OpenLSO and OpenCS are two MEF programs aimed at accelerating the implementation of MEF-defined services. OpenLSO and OpenCS bridge the gap between the underlying MEF specifications work that defines robust and broadly accepted requirements and definitions on the one hand, and the fast moving world of LSO, SDN and NFV implementations.
OpenLSO is a MEF program that enables MEF members to experiment with and demonstrate implementations (closed and open source) of elements of the LSO framework in support of lifecycle service orchestration of existing and future MEF-defined services.
Projects in the OpenLSO program aim to provide experimental implementations that can be used in MEF implementation projects on the MEFnet platform. The OpenLSO projects are contributed to by MEF members, the MEF Software Developer Community and the LSO Hackathons.
OpenLSO projects also aim to reuse, where possible, any Open Source project implementations outside the MEF (e.g. ONAP in Linux Foundation).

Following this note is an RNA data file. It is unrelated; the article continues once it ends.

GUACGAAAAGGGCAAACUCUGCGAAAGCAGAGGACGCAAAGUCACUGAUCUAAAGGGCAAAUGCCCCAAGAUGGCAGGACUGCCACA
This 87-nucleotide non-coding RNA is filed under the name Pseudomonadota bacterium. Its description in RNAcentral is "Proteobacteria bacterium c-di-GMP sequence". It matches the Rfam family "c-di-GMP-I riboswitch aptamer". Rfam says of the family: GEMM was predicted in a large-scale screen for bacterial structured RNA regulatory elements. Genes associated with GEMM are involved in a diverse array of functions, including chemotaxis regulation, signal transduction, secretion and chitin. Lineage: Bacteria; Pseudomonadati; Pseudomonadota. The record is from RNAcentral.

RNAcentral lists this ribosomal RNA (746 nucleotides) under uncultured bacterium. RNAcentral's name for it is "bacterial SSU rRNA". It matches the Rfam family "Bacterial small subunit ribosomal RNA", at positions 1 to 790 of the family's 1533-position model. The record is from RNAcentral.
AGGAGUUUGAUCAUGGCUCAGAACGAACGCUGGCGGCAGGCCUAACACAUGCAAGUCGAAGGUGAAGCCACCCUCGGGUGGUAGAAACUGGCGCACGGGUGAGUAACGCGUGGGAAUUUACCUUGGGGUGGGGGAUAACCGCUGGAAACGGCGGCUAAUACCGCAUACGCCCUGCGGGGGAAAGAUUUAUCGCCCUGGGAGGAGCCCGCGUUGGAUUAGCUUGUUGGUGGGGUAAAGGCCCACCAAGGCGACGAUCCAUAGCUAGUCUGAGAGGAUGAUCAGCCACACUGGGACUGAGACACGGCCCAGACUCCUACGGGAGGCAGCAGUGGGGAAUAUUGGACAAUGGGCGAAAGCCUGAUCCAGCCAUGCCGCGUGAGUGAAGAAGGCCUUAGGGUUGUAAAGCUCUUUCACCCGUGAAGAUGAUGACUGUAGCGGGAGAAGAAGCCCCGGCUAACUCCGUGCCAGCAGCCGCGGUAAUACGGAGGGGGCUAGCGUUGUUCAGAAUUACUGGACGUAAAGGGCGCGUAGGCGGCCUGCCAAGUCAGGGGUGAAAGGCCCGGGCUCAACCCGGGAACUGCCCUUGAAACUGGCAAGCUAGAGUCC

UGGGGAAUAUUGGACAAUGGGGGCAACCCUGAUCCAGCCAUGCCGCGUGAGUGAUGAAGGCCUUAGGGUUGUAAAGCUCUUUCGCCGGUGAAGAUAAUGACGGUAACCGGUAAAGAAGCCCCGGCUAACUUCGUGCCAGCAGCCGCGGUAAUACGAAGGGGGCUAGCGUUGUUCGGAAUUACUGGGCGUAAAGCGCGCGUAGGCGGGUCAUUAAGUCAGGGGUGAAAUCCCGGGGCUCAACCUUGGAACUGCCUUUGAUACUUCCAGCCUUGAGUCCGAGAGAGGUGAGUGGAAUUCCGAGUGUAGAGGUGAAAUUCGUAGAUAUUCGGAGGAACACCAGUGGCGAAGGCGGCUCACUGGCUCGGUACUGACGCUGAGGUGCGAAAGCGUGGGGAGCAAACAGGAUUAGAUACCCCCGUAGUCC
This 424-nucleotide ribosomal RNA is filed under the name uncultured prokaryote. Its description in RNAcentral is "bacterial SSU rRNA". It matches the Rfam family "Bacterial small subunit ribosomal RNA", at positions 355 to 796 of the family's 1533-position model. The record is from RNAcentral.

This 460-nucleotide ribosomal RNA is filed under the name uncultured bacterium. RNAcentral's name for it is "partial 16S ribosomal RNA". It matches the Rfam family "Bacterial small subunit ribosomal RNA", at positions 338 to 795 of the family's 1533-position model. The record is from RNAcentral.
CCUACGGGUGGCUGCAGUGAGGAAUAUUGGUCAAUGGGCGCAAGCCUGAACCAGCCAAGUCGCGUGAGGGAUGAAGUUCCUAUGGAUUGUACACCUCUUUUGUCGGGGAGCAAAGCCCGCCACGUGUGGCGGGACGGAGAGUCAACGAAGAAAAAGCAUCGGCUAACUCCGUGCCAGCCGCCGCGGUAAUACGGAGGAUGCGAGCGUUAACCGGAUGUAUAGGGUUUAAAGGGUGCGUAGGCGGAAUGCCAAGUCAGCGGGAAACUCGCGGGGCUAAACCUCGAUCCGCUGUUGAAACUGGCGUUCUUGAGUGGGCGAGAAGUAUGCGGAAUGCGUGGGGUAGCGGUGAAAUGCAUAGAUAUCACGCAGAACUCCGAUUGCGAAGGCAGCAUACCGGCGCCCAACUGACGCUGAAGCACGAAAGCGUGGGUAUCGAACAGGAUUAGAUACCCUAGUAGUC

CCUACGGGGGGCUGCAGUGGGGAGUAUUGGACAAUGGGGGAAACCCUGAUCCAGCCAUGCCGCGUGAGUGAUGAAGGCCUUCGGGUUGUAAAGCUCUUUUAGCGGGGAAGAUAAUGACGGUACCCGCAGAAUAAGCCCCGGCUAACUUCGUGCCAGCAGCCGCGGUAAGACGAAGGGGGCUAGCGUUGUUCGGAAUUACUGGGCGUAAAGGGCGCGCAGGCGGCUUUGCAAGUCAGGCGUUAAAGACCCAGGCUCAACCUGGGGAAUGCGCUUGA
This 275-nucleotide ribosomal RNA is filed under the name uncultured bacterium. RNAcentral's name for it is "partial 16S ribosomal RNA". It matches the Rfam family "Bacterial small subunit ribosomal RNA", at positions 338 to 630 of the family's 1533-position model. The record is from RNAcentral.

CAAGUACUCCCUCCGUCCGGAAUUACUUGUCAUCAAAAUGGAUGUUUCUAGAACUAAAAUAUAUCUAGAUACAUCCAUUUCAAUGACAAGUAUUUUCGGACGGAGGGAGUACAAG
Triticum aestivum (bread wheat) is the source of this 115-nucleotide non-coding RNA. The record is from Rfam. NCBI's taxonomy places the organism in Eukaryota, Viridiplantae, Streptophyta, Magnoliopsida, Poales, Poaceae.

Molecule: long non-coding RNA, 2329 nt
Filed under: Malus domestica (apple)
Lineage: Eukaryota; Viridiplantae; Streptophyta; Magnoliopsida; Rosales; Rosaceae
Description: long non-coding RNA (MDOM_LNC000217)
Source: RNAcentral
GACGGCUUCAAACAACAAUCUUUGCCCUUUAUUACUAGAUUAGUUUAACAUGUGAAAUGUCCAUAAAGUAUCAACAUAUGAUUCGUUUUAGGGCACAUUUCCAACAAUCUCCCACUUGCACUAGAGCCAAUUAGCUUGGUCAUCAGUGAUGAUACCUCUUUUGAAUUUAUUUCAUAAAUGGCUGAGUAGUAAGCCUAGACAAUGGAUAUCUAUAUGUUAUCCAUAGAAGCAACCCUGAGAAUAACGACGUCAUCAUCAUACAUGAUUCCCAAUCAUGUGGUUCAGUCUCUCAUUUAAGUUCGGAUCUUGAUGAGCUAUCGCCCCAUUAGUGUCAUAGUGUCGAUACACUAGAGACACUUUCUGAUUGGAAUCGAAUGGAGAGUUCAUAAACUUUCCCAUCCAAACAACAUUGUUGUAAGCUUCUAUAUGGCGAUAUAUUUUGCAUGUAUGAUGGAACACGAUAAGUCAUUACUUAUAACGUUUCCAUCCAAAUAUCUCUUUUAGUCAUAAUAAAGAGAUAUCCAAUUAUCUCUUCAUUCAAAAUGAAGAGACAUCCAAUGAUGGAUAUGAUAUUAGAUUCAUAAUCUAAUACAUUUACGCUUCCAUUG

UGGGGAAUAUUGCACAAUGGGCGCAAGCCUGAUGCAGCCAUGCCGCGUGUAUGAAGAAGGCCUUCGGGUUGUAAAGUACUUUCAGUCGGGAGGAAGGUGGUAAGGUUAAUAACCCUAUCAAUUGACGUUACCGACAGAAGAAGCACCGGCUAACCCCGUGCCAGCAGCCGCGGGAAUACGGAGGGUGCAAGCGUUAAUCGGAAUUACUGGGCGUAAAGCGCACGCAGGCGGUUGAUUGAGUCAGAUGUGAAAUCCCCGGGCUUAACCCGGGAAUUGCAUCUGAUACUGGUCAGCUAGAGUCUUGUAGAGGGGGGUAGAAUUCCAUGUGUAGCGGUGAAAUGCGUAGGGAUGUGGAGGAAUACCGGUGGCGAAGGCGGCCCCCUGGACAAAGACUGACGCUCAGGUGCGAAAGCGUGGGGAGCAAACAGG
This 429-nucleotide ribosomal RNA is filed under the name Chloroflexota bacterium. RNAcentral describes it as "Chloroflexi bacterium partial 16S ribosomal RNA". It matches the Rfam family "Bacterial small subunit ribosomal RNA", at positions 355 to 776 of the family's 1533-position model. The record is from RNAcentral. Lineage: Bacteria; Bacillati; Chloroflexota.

OpenCS is a MEF-facilitated ecosystem that provides reference implementations of MEF-defined connectivity services (e.g. E-Line) using combinations of Open Source software, Open Spec hardware, SDN, NFV and CE 2.0-certified devices.
OpenCS is primarily aimed at Service Providers and Operators that wish to accelerate their adoption of SDN and NFV to deliver MEF-defined connectivity services. The output of OpenCS Reference Builds include pointers to upstream Open Source projects, as well as documentation of use cases in the form of White Papers.
OpenCS is organized around Reference Builds that are driven by MEF members in MEF-facilitated projects in close collaboration with Open Source projects such as ON.Lab, OpenDaylight and OPNFV.
OpenCS interacts with OpenLSO via the LSO Reference Point LSO Presto.
LSO Hackathons are used to accelerate the evolution and development of OpenCS Reference Builds.